India prone to malware attacks: Kaspersky honcho

By Balamurugan Selvaraj Published on Jul 10, 2017 05:25 PM IST

Chennai: Like two sides of a coin, cyber crime and security stand opposite each other. Recently, e-crimes such as malware threats, ransomware attacks, bank frauds have become a menace for online and offline users across the world.

News Today had an e-mail interview with Kaspersky security team. Kaspersky, chief security expert of global research and analysis team, Alexander Gostev, answered the questions.

On the rise of ransomware attacks...

In early 2017, Kaspersky Lab’s researchers discovered an emerging and dangerous trend, where more and more cyber criminals were turning their attention from attacks against private users to targeted ransomware attacks against businesses. The attacks are primarily focused on financial organisations worldwide. Experts here have encountered cases where payment demands amounted to over half-a-million dollars. The trend is alarming as ransomware actors start their crusade for new and more profitable victims. There are many more potential ransomware targets in the wild, with attacks resulting in even more disastrous consequences.

The geography statistics show that attackers switch to previously untouched countries, where users are not as well prepared for fighting ransomware, and where competition among criminals is not so high. The worrying thing here is the fact that ransomware attacks are becoming increasingly targeted, hitting financial infrastructure across the globe. The reason for the trend is clear – criminals consider targeted ransomware attacks against businesses potentially more profitable than mass attacks against private users. The numbers show that ransomware on PCs are still on the rise – albeit at a slower growth rate.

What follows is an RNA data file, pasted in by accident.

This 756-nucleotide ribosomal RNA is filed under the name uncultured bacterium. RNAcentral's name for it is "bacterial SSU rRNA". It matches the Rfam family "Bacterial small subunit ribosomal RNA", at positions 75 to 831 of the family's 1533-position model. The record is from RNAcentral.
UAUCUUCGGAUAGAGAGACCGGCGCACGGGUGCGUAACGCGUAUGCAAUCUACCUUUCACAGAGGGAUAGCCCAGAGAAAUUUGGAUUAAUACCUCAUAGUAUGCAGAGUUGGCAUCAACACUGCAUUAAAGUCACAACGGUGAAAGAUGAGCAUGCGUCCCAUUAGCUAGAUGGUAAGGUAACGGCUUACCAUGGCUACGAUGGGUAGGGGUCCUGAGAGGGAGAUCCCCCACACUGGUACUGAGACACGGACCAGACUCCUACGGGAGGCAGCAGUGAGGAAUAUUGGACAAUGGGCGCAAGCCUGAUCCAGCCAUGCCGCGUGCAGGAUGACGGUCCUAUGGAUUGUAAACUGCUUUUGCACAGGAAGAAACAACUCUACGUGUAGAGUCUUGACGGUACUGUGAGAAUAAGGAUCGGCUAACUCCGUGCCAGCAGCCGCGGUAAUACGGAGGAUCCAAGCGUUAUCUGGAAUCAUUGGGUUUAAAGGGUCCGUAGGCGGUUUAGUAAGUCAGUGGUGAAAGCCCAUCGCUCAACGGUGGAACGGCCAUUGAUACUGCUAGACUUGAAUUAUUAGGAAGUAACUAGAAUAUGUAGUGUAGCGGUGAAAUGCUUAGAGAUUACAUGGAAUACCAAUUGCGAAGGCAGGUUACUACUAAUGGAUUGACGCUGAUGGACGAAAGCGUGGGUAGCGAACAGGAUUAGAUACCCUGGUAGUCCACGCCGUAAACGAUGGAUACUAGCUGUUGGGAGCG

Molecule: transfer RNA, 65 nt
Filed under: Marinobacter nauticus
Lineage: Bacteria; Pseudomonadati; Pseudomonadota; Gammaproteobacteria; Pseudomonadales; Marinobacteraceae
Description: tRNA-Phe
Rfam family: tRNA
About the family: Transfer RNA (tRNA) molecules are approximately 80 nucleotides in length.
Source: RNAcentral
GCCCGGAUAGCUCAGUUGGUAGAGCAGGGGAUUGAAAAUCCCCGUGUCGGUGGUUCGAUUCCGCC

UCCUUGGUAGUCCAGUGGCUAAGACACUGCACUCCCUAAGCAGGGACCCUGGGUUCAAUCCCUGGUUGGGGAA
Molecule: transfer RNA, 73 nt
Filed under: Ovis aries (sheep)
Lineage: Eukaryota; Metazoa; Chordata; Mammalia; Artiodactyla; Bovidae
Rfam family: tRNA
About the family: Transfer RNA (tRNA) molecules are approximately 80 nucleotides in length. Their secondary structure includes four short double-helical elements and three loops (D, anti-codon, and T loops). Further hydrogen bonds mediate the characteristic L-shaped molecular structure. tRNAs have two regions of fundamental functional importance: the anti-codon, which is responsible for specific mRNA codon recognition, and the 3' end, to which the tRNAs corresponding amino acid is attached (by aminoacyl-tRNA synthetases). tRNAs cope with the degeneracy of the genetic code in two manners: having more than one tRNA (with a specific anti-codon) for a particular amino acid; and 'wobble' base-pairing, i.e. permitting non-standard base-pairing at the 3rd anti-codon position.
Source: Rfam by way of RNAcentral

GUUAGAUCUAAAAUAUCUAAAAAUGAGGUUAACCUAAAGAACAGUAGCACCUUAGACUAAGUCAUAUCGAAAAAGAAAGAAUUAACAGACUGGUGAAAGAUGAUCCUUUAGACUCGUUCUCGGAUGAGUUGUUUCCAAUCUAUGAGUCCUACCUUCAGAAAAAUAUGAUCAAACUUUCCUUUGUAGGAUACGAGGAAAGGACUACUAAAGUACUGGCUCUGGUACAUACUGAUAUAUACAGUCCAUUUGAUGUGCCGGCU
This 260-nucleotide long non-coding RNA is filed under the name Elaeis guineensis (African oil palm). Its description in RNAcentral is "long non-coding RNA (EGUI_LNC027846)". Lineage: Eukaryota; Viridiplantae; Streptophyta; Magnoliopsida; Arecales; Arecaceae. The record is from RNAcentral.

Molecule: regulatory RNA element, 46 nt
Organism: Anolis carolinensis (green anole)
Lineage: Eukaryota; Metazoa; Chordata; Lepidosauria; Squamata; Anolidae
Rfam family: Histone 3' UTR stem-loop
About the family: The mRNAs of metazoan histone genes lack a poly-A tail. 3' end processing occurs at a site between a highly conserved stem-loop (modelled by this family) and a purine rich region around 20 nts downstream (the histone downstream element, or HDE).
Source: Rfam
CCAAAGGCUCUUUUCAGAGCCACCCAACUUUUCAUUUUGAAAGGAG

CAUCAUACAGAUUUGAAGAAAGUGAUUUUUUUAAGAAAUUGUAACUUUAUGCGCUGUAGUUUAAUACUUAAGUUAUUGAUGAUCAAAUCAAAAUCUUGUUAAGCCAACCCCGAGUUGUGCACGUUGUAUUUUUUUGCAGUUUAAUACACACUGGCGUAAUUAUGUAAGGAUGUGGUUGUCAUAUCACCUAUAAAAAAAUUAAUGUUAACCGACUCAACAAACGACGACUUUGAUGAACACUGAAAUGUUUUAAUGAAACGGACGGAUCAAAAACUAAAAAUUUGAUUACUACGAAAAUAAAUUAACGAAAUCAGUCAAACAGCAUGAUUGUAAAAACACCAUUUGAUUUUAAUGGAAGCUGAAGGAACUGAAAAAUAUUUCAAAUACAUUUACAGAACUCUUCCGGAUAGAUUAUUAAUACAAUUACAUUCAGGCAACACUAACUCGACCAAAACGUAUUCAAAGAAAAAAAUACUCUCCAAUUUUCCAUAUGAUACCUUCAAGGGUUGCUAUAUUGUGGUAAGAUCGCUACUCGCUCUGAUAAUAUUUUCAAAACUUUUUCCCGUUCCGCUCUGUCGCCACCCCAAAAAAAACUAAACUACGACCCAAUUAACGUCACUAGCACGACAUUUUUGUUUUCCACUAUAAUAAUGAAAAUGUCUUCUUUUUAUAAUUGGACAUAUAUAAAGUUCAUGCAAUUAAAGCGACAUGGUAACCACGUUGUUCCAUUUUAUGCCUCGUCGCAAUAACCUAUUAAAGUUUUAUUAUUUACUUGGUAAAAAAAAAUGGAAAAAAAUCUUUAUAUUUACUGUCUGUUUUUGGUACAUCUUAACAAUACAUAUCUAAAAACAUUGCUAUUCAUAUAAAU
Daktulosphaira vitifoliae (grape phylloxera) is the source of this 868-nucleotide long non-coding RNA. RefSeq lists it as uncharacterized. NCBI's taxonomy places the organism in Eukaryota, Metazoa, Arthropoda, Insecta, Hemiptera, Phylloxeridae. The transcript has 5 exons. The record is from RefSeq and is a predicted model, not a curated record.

Elaborate yours and your team's experience during last month's WannaCry havoc...

On Friday 12 May, organisations across the world were hit by a massive ransomware attack, named WannaCry, which exploited a (now patched) Microsoft Windows vulnerability revealed in the Shadowbrokers dump on 14 March. Kaspersky Lab researchers have continued to track the evolution of the threat over the weekend.

EVOLUTION

The total number of variants in circulation on 11th is still unclear – but over the weekend, two notable variants emerged.  Kaspersky Lab does not believe any of these variants was created by the original authors - most likely they were patched by others keen to exploit the attack for their own ends. The first one started spreading on a Sunday morning, at around 2 UTC/GMT and was patched to connect to a different domain. Kaspersky Lab has so far noted three victims for this variant, located in Russia and Brazil.